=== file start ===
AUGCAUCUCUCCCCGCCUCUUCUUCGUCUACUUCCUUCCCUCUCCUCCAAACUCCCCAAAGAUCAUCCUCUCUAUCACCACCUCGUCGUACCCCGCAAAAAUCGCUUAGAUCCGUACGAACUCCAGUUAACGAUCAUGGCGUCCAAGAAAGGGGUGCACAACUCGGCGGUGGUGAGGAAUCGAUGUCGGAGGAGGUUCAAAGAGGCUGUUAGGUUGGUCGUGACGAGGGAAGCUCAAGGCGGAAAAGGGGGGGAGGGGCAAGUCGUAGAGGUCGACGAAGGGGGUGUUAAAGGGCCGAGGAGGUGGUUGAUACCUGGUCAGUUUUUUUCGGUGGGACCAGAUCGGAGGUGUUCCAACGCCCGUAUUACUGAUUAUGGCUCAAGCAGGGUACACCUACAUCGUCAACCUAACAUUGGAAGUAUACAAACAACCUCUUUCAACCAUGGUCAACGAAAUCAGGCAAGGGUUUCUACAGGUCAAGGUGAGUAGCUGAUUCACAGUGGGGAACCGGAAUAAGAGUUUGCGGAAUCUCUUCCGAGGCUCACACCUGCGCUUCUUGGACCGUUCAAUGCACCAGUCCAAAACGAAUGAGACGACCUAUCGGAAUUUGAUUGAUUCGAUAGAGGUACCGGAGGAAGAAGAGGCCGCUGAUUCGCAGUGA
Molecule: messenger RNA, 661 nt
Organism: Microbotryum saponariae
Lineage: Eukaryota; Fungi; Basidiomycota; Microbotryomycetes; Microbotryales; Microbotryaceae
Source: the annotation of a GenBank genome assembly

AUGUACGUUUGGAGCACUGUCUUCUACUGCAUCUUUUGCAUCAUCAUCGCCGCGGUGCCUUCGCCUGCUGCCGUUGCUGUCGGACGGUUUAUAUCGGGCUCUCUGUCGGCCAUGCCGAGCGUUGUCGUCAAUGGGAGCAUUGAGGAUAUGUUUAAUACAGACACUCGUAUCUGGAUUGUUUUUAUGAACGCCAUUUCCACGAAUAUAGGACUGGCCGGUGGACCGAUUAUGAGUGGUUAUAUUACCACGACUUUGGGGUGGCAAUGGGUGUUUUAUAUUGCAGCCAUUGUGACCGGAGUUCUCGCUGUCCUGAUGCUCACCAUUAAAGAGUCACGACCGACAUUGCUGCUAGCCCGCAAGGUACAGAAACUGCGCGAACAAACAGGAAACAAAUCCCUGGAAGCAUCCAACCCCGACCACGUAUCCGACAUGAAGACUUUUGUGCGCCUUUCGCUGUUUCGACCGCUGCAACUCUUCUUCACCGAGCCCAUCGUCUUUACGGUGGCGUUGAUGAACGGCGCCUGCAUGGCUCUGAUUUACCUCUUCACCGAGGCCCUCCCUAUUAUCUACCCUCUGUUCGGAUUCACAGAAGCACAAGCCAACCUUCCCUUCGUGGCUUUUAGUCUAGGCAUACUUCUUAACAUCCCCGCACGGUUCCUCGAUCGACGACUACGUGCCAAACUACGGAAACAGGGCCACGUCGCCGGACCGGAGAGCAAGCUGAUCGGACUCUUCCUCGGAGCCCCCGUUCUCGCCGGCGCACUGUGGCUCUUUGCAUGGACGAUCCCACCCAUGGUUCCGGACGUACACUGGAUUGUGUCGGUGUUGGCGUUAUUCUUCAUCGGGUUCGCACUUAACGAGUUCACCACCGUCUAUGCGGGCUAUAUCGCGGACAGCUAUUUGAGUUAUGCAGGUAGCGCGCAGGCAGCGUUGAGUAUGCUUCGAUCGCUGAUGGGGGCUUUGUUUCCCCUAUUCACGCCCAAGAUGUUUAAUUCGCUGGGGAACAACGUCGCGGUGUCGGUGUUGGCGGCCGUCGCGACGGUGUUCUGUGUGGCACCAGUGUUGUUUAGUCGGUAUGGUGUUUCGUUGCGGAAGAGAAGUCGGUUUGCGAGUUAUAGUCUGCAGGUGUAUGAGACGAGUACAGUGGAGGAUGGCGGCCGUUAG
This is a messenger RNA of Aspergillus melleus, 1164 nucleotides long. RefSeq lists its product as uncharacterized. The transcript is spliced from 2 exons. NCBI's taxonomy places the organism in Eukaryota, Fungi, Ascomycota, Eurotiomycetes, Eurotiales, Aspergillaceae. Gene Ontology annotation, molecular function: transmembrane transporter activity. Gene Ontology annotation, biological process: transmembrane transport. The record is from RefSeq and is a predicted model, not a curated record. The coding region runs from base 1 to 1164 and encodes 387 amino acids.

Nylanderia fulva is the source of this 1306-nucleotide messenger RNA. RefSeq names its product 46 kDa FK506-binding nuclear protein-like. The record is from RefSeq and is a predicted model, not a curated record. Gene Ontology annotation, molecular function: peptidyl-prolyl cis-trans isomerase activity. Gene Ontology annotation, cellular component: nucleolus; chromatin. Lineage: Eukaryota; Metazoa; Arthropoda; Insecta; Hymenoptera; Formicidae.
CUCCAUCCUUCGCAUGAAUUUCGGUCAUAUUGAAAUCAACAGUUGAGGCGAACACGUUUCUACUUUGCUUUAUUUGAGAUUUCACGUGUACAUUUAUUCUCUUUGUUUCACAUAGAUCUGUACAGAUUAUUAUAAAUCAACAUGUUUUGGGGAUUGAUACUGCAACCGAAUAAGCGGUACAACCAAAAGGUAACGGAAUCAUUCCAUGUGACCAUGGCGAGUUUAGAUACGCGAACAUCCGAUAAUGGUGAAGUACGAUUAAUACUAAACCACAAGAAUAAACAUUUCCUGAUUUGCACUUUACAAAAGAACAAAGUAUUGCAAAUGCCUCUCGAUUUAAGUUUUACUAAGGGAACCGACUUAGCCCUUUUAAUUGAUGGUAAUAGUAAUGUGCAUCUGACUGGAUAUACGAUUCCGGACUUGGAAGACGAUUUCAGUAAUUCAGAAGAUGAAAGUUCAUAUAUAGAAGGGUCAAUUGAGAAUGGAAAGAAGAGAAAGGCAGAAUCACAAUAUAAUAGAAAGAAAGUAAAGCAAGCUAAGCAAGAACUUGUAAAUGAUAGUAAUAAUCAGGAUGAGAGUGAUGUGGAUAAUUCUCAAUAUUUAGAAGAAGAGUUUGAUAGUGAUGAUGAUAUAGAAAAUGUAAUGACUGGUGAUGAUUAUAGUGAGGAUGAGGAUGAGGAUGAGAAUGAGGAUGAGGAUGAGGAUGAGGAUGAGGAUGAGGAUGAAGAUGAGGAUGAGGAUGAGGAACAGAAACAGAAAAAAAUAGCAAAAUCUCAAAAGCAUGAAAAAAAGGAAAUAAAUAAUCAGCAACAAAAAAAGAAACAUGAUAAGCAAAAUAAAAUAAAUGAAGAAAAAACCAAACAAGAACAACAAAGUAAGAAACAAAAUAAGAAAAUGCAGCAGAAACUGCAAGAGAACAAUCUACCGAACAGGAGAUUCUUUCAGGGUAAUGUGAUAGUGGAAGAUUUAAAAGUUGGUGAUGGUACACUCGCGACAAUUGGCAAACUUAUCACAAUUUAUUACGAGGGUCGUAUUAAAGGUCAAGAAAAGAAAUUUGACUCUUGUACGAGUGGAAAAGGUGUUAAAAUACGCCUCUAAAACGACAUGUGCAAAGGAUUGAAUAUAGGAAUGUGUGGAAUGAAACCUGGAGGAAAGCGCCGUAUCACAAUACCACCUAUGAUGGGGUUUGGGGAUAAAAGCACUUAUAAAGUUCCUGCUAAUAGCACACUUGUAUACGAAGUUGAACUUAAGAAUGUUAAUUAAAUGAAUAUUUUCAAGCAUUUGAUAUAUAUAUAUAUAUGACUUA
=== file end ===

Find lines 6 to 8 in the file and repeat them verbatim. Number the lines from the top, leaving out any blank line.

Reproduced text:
AUGUACGUUUGGAGCACUGUCUUCUACUGCAUCUUUUGCAUCAUCAUCGCCGCGGUGCCUUCGCCUGCUGCCGUUGCUGUCGGACGGUUUAUAUCGGGCUCUCUGUCGGCCAUGCCGAGCGUUGUCGUCAAUGGGAGCAUUGAGGAUAUGUUUAAUACAGACACUCGUAUCUGGAUUGUUUUUAUGAACGCCAUUUCCACGAAUAUAGGACUGGCCGGUGGACCGAUUAUGAGUGGUUAUAUUACCACGACUUUGGGGUGGCAAUGGGUGUUUUAUAUUGCAGCCAUUGUGACCGGAGUUCUCGCUGUCCUGAUGCUCACCAUUAAAGAGUCACGACCGACAUUGCUGCUAGCCCGCAAGGUACAGAAACUGCGCGAACAAACAGGAAACAAAUCCCUGGAAGCAUCCAACCCCGACCACGUAUCCGACAUGAAGACUUUUGUGCGCCUUUCGCUGUUUCGACCGCUGCAACUCUUCUUCACCGAGCCCAUCGUCUUUACGGUGGCGUUGAUGAACGGCGCCUGCAUGGCUCUGAUUUACCUCUUCACCGAGGCCCUCCCUAUUAUCUACCCUCUGUUCGGAUUCACAGAAGCACAAGCCAACCUUCCCUUCGUGGCUUUUAGUCUAGGCAUACUUCUUAACAUCCCCGCACGGUUCCUCGAUCGACGACUACGUGCCAAACUACGGAAACAGGGCCACGUCGCCGGACCGGAGAGCAAGCUGAUCGGACUCUUCCUCGGAGCCCCCGUUCUCGCCGGCGCACUGUGGCUCUUUGCAUGGACGAUCCCACCCAUGGUUCCGGACGUACACUGGAUUGUGUCGGUGUUGGCGUUAUUCUUCAUCGGGUUCGCACUUAACGAGUUCACCACCGUCUAUGCGGGCUAUAUCGCGGACAGCUAUUUGAGUUAUGCAGGUAGCGCGCAGGCAGCGUUGAGUAUGCUUCGAUCGCUGAUGGGGGCUUUGUUUCCCCUAUUCACGCCCAAGAUGUUUAAUUCGCUGGGGAACAACGUCGCGGUGUCGGUGUUGGCGGCCGUCGCGACGGUGUUCUGUGUGGCACCAGUGUUGUUUAGUCGGUAUGGUGUUUCGUUGCGGAAGAGAAGUCGGUUUGCGAGUUAUAGUCUGCAGGUGUAUGAGACGAGUACAGUGGAGGAUGGCGGCCGUUAG
This is a messenger RNA of Aspergillus melleus, 1164 nucleotides long. RefSeq lists its product as uncharacterized. The transcript is spliced from 2 exons. NCBI's taxonomy places the organism in Eukaryota, Fungi, Ascomycota, Eurotiomycetes, Eurotiales, Aspergillaceae. Gene Ontology annotation, molecular function: transmembrane transporter activity. Gene Ontology annotation, biological process: transmembrane transport. The record is from RefSeq and is a predicted model, not a curated record. The coding region runs from base 1 to 1164 and encodes 387 amino acids.

Nylanderia fulva is the source of this 1306-nucleotide messenger RNA. RefSeq names its product 46 kDa FK506-binding nuclear protein-like. The record is from RefSeq and is a predicted model, not a curated record. Gene Ontology annotation, molecular function: peptidyl-prolyl cis-trans isomerase activity. Gene Ontology annotation, cellular component: nucleolus; chromatin. Lineage: Eukaryota; Metazoa; Arthropoda; Insecta; Hymenoptera; Formicidae.